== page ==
“He definitely embraced me in terms of my musical ideas,” she says. “The energy was strong and focused amongst us as musicians, but you could also feel a sense of ease and that made it really easy to create and interpret the music however we felt.”
Mogorosi says the title Sanctum Sanctorium takes aim at Eurocentric notions of how an individual gets divine inspiration. He says the perception that one individual is the catalyst of all this greatness ignores all the interactions the individual experienced prior to that point.
“Its important for me, not to be a singled out from here on forth, I want to co-create, I want to move beyond who it is and to what it’s saying,” says Mogorosi.
Motuba says that on a personal level, the compositions she penned, like Letters to Akani, Thari e Nntsu and We will be Home, were personal messages to the couple’s new-born daughter, Thari.
She says that all the compositions are intensely related, due to the composing period coinciding with the birth of Thari.
“We had similar emotions, anxieties, apprehensions,” she says.
This explains why the songs cohere so well as a a body of music, making it hard to tell which songs were penned by Motuba and which by Mogorosi.
The nine-minute opener Letter to Akani feels plaintive, meditative at first, the cello carrying the melody alongside Motuba’s gorgeous voice.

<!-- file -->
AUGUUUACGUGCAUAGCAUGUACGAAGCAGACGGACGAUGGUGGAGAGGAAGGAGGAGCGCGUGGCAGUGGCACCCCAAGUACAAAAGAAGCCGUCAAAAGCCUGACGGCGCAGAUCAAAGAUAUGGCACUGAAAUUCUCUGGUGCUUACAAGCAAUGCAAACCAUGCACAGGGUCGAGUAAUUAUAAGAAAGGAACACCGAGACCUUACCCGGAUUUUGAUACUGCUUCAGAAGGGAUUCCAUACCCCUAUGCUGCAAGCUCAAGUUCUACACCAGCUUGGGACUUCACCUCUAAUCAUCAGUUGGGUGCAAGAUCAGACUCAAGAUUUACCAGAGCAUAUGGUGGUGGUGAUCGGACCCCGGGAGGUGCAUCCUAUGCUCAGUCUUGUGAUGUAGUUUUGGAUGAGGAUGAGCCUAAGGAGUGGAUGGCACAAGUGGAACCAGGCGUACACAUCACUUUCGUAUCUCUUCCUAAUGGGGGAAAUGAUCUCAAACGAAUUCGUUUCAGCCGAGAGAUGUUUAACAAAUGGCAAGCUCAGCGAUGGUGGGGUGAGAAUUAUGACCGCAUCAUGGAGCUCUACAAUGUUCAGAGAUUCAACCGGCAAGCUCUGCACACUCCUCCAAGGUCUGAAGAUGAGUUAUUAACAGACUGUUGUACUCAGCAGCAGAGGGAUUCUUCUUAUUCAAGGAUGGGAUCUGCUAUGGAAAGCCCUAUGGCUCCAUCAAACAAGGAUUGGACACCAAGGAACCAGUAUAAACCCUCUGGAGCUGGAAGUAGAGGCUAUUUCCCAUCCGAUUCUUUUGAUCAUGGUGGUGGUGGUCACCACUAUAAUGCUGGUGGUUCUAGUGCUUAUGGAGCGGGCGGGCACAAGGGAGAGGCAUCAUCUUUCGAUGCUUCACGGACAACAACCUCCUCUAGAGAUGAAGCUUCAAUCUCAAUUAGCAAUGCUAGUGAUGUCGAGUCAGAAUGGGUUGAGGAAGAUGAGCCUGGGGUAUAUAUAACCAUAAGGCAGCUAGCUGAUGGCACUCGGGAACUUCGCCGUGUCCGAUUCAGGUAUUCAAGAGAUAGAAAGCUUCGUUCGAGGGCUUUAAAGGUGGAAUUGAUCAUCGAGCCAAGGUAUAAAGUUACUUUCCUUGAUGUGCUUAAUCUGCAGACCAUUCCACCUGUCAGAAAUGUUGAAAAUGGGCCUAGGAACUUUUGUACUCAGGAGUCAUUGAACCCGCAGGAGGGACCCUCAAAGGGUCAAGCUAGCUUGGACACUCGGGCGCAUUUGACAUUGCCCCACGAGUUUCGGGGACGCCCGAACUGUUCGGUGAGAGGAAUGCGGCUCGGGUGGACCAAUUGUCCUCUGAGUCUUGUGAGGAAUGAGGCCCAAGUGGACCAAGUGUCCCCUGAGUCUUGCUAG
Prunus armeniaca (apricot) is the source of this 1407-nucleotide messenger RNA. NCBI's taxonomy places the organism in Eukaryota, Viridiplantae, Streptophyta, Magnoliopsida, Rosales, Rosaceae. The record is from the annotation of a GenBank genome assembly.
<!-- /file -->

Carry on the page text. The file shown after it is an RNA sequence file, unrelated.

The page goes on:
But listen deeper and you’ll start to hear the fantastic rhythmic interplay coming to the fore.
Braff, Mogorosi and Schuster, like fireflies in the night sky, dart in and out of frame, whizzing past each other as they create a rhythmic bed for the composition, which becomes more complex and fascinating the longer they are at it.
It is clear that Mogorosi, alongside peers like Braff and Schuster, has taken his craft to a whole new level.
On Nefetari, Motuba and Plattner again set up the melody, before the rhythm section lifts the cello and voice upon its shoulders.
After two minutes the dialogue between Braff, Mogorosi and Schuster springs back into life, this time a gentler strut with a bit more swing.
Braff’s piano work is exquisite.
Thari e Nntsu starts out with just Braff on the piano, playing a melancholic introduction for almost a minute and a half, then Motuba comes soaring into frame, the drums, cello and bass building epically behind her voice, like ripples in a pond reflecting her vocal flights in the sky above.
Motuba owns this song for almost four minutes, but then Schuster plays a meditative bass solo that is simply transcendent.
It’s clear on first listen, the second listen… the tenth listen that Mogorosi and Motuba, along with their European peers, have produced a very special album indeed. One where every member of the band delivers standout performances.
* Mogorosi and Motuba tour Gauteng and KwaZulu-Natal this week to launch Sanctum Sanctorium. They perform at Unisa’s Miriam Makeba Auditorium in Pretoria on November 17 at 7pm, The Music Room at Wits University in Johannesburg on November 18 at 7pm, and The Chairman in Durban on November 19 at 7pm. All tickets R150. Visit http://sanctum.band/ for more information.